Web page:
Cops have always quietly hassled kids for photographing freshly adorned graffiti and street art, the unfair presumption being that they might be the vandal returning to preserve their work. But even in that context, what happened yesterday in Canada is bonkers: a 20-year-old Montreal woman was arrested for posting a photo of anti-police street art to her Instagram feed.

On March 26, Jennifer Pawluck posted a wheatpaste portrait of Montreal police spokesman Ian Lafrenière with a bullet hole in his forehead to her Instagram. More than a week later, local cops came to her house with a warrant, which HuffPo Québec reports, "alleges that Pawluck acted with intent to harass Lafrenière and gave him reason to fear for his safety."

"Many of my friends do not like the police," admitted Pawluck to the HuffPost Québec, in French. "I thought it would be funny to put the picture on Instagram. I do not even know who he is, Ian Lafreniere."

As you can see in the above photos, the drawing on the left not only resembles Lafrenière, who's been responsible for the department's media relations since 2007, but the caricature also wearing an IAN nametag. Pawluck insists she didn't draw the image and doesn't know who did: "ACAB," the text on the right, isn't a tagger's signature, but a graff acronym for "all cops are bastards."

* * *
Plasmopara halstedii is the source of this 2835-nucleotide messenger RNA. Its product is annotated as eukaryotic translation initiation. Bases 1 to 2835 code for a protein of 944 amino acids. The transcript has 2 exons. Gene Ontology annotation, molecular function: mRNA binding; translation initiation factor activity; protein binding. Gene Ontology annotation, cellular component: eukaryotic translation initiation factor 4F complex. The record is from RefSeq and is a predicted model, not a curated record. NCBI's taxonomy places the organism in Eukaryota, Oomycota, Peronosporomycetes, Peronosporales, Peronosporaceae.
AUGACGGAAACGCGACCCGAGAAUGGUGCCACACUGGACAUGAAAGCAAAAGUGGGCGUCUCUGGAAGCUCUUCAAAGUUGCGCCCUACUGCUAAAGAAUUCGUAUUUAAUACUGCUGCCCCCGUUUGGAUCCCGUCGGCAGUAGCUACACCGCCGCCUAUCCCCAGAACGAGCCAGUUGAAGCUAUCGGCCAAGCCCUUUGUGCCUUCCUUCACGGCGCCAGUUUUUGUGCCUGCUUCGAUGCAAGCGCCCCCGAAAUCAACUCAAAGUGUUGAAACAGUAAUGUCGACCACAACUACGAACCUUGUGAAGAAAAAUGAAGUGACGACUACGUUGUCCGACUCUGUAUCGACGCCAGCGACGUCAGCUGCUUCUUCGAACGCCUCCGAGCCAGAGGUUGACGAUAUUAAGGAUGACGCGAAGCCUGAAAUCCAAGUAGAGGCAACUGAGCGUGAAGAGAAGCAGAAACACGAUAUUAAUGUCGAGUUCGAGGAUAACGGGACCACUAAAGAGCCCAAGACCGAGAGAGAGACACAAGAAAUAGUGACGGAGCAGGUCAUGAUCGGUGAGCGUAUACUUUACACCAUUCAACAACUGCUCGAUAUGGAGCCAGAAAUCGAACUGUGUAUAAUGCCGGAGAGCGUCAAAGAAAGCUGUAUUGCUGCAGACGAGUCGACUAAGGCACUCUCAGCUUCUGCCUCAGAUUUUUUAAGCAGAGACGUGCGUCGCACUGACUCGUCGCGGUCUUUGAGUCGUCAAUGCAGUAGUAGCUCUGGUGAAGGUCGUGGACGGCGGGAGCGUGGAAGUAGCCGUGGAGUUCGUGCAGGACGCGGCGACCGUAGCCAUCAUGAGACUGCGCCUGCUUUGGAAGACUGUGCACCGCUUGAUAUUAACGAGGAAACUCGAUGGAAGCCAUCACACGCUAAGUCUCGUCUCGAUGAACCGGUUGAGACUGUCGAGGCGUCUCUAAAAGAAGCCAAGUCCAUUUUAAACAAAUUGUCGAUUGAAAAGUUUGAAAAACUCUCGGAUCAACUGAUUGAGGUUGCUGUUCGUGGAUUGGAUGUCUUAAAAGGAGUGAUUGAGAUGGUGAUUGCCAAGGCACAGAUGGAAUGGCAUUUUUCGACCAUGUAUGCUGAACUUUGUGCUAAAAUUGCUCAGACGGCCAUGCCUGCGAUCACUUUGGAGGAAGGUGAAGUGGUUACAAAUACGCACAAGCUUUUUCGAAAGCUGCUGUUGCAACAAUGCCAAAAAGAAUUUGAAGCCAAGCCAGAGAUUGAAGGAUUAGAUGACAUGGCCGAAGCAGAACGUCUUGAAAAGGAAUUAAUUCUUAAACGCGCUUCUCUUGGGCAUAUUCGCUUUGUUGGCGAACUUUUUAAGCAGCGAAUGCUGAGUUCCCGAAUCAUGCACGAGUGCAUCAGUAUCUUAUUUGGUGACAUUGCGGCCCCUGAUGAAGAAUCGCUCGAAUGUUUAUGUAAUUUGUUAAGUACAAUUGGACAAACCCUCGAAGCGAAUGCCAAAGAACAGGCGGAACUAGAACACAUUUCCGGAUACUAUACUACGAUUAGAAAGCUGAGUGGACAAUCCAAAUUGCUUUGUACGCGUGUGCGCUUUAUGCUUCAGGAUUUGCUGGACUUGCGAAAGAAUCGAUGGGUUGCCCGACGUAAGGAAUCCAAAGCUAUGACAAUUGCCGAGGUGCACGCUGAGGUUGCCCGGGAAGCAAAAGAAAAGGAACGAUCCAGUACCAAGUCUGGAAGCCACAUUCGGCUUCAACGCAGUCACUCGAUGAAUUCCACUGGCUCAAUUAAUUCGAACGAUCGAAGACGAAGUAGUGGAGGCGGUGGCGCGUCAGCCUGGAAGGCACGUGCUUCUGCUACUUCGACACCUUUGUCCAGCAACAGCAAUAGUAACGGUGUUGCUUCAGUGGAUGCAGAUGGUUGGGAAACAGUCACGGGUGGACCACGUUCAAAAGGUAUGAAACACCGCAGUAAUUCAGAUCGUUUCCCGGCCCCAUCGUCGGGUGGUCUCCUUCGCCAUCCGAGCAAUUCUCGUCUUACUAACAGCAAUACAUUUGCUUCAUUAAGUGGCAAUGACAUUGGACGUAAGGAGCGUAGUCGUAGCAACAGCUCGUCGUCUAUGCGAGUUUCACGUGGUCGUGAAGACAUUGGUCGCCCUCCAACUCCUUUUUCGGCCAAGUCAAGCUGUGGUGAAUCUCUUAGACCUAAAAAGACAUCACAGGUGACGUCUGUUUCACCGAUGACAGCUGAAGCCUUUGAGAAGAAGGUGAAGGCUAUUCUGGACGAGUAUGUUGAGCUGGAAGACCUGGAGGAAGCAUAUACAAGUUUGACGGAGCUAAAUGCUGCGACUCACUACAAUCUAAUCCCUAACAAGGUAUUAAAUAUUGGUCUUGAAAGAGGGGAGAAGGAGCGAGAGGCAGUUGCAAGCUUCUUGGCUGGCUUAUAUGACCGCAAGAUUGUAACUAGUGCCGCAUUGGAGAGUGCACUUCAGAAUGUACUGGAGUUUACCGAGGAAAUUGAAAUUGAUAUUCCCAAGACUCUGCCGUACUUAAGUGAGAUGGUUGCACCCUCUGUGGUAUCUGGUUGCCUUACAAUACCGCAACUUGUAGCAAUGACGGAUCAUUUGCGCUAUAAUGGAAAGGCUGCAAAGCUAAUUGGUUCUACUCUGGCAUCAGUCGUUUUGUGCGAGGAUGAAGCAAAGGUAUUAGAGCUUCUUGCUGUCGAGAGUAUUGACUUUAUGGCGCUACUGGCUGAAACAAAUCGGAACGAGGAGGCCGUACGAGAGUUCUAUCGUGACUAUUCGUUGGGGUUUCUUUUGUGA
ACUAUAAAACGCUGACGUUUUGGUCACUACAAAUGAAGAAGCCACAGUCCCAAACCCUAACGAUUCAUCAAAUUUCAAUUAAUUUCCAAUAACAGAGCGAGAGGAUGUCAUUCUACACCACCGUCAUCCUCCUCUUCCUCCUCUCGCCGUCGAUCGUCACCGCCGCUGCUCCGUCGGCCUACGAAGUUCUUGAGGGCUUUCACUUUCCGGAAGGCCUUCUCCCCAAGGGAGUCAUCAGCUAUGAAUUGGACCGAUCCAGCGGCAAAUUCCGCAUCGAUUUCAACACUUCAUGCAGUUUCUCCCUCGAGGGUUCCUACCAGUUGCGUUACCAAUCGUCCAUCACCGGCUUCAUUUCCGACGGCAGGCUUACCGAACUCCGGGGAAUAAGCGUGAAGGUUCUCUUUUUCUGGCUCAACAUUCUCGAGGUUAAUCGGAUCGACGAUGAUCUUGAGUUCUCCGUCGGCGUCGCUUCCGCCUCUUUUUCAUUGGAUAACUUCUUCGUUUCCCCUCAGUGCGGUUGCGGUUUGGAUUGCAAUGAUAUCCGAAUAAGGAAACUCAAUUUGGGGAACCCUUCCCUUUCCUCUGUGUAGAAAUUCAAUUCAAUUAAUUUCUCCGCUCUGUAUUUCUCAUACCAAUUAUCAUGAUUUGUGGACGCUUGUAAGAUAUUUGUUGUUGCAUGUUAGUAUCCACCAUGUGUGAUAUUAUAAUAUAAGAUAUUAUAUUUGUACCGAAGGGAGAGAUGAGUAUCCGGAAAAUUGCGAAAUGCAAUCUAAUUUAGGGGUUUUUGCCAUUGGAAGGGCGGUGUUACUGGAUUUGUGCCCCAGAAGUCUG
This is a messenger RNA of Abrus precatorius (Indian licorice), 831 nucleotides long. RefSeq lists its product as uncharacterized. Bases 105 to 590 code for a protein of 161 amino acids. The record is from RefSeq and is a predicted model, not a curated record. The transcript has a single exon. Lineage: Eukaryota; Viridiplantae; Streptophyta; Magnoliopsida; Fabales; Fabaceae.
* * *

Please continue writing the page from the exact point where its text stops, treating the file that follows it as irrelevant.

For their part, the Montreal police insist there's more to the arrest than just Pawluck's role as a social-media conduit. "There are circumstances that surrounded the publication of this image, circumstances that we can't reveal because it is still under investigation," spokesman Dany Richer told CBC.

Pawluck is an activist who was arrested three times during Quebec-student tuition protests. Her Instagram bio had emojis of a gun shooting a cop in the head until a few hours ago. Still, is posting a photo of an anti-police image really harassment? Are emojis threats?

Asked if she would hesitate before taking a photo and sharing it on social media, Pawluck told Hyperallergic, "I don't think so. I mean, art is art. I don't have an evil mind when I posted a photo like this."

[CBC, Hyperallegenic // l-r photo via @anarcommie statigram, Service de police de la Ville de Montréal ]